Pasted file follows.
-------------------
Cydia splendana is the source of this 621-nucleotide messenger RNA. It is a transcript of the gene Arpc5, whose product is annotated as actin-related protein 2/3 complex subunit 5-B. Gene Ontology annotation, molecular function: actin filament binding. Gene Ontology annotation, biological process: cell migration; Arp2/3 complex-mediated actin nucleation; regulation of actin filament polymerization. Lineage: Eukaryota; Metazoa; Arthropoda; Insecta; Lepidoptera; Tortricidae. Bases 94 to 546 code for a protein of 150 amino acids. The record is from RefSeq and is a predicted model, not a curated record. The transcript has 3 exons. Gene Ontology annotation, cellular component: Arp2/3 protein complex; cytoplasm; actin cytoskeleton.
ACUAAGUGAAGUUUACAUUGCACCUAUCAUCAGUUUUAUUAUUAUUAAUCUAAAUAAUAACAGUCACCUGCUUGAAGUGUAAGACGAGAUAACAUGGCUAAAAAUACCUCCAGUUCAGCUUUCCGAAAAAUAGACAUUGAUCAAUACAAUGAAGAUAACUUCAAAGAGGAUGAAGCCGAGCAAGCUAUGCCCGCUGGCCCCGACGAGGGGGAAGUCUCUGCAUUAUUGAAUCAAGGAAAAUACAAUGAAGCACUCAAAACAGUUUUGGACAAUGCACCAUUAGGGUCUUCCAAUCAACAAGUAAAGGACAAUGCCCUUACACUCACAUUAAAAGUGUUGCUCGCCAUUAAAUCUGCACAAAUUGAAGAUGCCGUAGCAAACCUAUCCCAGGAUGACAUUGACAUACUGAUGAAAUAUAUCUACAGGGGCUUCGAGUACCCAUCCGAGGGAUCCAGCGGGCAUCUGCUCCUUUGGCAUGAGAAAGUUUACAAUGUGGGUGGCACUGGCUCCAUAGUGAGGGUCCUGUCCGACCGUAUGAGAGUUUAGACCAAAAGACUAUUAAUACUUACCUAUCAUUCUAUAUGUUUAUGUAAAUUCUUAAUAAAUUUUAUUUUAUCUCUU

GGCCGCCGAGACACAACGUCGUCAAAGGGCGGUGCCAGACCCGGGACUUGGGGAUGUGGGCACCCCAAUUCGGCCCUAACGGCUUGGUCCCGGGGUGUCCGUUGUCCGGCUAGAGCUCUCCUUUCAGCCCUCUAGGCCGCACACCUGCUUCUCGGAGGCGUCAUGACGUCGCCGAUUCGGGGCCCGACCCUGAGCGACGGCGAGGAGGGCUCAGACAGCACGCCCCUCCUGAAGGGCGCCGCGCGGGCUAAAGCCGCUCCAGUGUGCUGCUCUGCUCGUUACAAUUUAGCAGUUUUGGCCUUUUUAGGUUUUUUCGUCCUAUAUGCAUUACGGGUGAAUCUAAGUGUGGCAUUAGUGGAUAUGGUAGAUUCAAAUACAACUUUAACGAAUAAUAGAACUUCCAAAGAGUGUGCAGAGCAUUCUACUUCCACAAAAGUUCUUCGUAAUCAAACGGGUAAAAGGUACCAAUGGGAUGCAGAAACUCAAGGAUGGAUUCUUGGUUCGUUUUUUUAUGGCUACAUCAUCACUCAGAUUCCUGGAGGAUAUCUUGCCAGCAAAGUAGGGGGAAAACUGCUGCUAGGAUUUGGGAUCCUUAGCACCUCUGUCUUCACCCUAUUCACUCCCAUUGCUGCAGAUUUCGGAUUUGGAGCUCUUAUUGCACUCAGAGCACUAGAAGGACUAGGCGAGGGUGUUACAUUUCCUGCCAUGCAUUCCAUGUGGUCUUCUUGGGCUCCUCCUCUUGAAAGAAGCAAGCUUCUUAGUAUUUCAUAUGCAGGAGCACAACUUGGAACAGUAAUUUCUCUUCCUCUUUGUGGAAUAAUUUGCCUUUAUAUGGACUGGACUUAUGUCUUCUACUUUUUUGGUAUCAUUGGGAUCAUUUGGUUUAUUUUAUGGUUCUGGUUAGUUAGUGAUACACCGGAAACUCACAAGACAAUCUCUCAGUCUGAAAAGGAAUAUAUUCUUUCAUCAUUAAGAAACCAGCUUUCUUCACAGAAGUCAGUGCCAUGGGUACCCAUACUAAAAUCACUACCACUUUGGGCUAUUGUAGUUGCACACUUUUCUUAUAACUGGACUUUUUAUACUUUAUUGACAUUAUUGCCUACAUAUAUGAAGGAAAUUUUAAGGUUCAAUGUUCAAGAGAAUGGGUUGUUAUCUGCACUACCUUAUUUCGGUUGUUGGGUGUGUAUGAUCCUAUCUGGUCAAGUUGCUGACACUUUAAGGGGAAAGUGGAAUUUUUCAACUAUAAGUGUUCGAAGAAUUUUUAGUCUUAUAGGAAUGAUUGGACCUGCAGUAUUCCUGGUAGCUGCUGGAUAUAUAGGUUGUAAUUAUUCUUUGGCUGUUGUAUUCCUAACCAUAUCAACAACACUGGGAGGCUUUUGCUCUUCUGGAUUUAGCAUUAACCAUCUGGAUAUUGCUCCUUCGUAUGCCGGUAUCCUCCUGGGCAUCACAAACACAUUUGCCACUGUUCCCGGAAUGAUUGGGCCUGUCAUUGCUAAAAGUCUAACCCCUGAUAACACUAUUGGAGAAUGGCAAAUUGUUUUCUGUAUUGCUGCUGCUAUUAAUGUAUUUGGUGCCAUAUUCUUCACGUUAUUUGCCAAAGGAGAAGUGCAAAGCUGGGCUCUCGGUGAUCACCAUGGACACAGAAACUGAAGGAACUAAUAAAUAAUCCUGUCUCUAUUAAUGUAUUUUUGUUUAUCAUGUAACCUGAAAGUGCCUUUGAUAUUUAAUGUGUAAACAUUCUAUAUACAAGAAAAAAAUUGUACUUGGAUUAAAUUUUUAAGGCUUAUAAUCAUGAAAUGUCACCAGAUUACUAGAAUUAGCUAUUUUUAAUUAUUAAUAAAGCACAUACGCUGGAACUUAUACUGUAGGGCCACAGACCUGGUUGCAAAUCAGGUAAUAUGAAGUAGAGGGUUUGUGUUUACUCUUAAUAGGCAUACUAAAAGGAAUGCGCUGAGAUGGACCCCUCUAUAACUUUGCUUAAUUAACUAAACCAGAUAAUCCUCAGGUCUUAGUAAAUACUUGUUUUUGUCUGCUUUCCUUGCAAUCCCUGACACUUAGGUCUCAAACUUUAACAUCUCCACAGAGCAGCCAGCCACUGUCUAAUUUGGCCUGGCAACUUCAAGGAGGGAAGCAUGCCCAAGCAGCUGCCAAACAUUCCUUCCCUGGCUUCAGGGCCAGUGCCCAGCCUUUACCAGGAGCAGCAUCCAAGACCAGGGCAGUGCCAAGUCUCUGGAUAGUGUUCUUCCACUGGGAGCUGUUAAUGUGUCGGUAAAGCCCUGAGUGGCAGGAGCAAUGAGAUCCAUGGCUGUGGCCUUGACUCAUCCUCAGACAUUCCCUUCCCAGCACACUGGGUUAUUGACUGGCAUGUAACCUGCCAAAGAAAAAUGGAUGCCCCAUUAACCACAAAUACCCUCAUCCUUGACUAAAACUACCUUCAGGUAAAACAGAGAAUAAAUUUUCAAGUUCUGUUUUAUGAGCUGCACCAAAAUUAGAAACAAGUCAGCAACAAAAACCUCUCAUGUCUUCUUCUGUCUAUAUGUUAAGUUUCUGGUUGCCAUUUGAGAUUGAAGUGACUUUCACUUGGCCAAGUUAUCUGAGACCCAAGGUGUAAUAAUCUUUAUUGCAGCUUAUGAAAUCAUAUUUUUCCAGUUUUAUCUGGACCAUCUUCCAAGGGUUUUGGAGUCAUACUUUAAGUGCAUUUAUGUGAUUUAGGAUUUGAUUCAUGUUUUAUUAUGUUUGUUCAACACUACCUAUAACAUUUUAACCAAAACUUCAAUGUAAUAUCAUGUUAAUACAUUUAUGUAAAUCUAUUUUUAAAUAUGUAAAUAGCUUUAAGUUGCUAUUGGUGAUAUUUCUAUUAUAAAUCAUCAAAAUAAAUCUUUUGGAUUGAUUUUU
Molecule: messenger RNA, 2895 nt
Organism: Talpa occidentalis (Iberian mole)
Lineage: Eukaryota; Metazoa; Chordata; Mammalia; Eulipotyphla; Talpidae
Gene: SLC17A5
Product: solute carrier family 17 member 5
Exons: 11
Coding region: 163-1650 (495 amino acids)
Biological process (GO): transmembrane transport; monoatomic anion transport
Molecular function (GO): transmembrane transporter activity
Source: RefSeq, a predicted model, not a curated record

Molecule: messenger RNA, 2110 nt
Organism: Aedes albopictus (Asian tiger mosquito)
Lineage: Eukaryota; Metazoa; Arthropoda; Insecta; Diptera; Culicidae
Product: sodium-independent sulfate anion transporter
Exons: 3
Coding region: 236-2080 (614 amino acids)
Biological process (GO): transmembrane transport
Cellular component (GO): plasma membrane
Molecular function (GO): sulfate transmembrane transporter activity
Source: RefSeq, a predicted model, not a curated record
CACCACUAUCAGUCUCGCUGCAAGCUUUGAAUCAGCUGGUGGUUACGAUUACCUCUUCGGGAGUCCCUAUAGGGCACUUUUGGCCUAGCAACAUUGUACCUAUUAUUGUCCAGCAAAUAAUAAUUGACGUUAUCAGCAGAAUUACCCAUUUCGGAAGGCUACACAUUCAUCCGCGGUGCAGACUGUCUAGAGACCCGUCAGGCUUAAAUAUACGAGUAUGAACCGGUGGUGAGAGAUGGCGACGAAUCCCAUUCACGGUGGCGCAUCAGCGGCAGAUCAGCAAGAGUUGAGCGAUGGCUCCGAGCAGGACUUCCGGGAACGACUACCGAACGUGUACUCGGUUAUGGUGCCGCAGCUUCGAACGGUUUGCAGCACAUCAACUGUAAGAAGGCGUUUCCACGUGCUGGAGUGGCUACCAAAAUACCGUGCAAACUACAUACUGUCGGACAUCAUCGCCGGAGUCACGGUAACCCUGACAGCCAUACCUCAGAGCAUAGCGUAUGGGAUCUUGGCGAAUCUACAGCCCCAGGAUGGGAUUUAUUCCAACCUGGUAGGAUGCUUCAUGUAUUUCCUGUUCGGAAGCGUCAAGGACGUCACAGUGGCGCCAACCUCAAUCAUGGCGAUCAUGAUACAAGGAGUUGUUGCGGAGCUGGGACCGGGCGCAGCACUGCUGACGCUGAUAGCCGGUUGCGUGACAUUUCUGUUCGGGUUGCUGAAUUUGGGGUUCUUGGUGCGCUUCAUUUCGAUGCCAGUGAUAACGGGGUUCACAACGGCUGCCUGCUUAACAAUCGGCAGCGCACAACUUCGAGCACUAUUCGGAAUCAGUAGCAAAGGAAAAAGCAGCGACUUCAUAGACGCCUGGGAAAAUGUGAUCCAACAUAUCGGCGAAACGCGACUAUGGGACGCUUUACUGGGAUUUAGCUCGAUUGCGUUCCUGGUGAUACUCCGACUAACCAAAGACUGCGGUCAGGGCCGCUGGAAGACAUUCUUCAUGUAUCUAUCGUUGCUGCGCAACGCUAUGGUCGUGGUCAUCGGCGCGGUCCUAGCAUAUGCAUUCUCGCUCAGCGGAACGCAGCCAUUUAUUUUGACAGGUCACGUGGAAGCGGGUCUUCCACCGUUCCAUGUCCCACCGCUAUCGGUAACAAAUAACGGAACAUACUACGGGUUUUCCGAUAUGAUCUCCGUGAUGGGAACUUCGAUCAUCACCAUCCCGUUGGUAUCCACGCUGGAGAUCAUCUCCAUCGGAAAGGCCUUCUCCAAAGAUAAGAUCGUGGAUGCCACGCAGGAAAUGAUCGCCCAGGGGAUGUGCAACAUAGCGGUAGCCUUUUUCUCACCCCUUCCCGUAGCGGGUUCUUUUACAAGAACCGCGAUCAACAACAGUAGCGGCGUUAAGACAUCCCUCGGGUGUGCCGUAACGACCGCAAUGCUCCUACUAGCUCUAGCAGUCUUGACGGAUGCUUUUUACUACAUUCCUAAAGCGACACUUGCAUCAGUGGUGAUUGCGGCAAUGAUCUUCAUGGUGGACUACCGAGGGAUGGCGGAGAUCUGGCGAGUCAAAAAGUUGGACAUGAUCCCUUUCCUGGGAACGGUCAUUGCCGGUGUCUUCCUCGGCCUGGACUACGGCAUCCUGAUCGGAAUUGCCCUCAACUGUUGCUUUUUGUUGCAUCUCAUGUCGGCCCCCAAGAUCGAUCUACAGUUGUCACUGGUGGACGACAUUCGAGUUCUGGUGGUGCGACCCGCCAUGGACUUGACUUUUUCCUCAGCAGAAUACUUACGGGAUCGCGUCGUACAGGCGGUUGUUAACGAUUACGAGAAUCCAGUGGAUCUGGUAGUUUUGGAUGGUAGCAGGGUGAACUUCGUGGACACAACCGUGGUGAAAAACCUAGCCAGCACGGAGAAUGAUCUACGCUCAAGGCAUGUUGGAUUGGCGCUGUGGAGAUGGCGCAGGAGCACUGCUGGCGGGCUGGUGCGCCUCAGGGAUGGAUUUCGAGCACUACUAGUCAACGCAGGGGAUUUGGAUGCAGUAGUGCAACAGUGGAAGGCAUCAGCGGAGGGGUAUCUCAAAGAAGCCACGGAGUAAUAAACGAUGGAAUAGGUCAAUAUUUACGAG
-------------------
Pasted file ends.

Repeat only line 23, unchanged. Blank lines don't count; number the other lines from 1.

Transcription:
Source: RefSeq, a predicted model, not a curated record